I had a doula for the birth of my daughter. That was back in the dark ages of the 90s, when it was harder to find people on the internet. I wanted a doula because my husband gets nauseous at the sight of blood - I knew he would be of no use to me. I didn't want my mother there, because, well - I've written about my mother before. I wanted to have someone supportive and knowledgeable and calm by my side, and I figured I'd have to hire someone. But it was hard to find a recommendation - there were some lists at the hospital and a national organization that gave our names in the area. Finally I decided to use the woman that also taught a pre-natal class at the hospital - I figured that at least she had some relationship with the staff.
She was fine. I think she knew what she was doing and her class was informative. I didn't feel an instant connection with her, but I respected her level of experience and she seemed like a caring person. After we hired her, she asked if she could bring a doula trainee with her to my birth. The trainees had to attend a certain number of births as part of their program, and she said it would be to my benefit to have an extra person helping me. I figured it would be to my benefit to have an extra person helping her, so that she could concentrate on me, so I said sure.
It was the best decision I could possibly have made. The apprentice was exactly what I would have wanted in a doula if I could have figured out exactly what all the options were. She was calm, she knew when to distract me from a mild contraction, she knew when to do accupressure massage for a stronger one. She would tell me stories about being a new mother (she had two young children) while we were in the early phase, and then later she would rub my feet while the nurses watched my contractions on the monitor and made a big fuss over how intense they were. Honestly, all I could feel was the best foot rub I had ever had.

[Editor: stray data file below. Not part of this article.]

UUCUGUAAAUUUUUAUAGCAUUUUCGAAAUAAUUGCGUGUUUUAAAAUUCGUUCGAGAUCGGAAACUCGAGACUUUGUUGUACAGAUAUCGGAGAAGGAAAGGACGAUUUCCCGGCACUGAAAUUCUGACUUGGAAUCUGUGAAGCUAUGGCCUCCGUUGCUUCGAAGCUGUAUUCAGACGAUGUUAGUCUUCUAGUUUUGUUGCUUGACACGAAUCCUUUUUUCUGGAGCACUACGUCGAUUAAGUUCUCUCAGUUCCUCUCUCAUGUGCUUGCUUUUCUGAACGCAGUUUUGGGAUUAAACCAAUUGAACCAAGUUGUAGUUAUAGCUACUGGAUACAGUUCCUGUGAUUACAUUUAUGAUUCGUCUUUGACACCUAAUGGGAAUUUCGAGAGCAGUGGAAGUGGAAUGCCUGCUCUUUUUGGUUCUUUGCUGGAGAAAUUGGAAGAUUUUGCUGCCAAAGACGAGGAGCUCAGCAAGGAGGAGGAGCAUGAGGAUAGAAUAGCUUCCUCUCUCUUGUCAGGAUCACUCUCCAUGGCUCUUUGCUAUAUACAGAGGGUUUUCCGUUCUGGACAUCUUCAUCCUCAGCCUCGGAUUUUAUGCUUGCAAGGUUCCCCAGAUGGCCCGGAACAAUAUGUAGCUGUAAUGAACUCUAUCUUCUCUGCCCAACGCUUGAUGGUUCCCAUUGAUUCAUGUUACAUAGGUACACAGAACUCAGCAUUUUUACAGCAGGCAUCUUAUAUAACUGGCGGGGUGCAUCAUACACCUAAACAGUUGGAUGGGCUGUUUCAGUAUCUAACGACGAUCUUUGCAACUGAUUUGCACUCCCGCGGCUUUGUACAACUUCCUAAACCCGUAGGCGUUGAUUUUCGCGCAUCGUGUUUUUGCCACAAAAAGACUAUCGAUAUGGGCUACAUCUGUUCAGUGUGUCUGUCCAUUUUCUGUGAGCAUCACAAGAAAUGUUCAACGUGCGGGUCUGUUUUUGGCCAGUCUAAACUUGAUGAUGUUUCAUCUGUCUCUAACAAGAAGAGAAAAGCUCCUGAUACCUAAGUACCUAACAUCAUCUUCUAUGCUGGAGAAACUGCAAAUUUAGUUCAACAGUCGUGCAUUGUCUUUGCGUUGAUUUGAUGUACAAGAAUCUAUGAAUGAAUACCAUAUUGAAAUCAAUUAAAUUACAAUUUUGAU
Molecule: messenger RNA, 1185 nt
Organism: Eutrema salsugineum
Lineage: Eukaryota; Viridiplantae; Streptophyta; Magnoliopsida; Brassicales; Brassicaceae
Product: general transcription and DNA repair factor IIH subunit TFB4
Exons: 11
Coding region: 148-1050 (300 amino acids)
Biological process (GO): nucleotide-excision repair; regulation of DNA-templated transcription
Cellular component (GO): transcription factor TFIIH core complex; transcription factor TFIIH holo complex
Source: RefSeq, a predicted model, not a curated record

I had a long early labor - almost 24 hours at home (easy, very mild contractions - not even as bad as a period) and then about 12 hours at the hospital. The doulas were there for maybe ten hours. I think the first part of the day was fairly easy, some contractions and a lot of walking around the courtyards. I have low blood pressure normally, and lying down for a long time tends to make it even lower so we tried to keep moving. Plus, walking is supposed to help move labor along, and I was obviously on the long, slow plan. After a while the nurses had me stay on the L&D floor because I was so dilated. I remember suddenly feeling like I had to lie down, and the apprentice doula put me on my side and began doing counter-pressure massage on my lower back.
Just as I was thinking, hmmm, this labor thing isn't so bad, the other doula came back with a nurse and said she thought I was ready. The nurse checked, and suddenly there were people flying in and carts being pushed around and they were telling me that the doctor wasn't there yet and I needed to wait. I was fully dilated. The apprentice doula kept rubbing my back and then she whispered that I had gone through "transtition" - the worst part of labor - in 8 minutes, and that if I wanted to push I shouldn't worry about the doctor. She told me that my nurse had been a midwife for 20 years in Australia, and that she was perfectly capable of delivering a baby.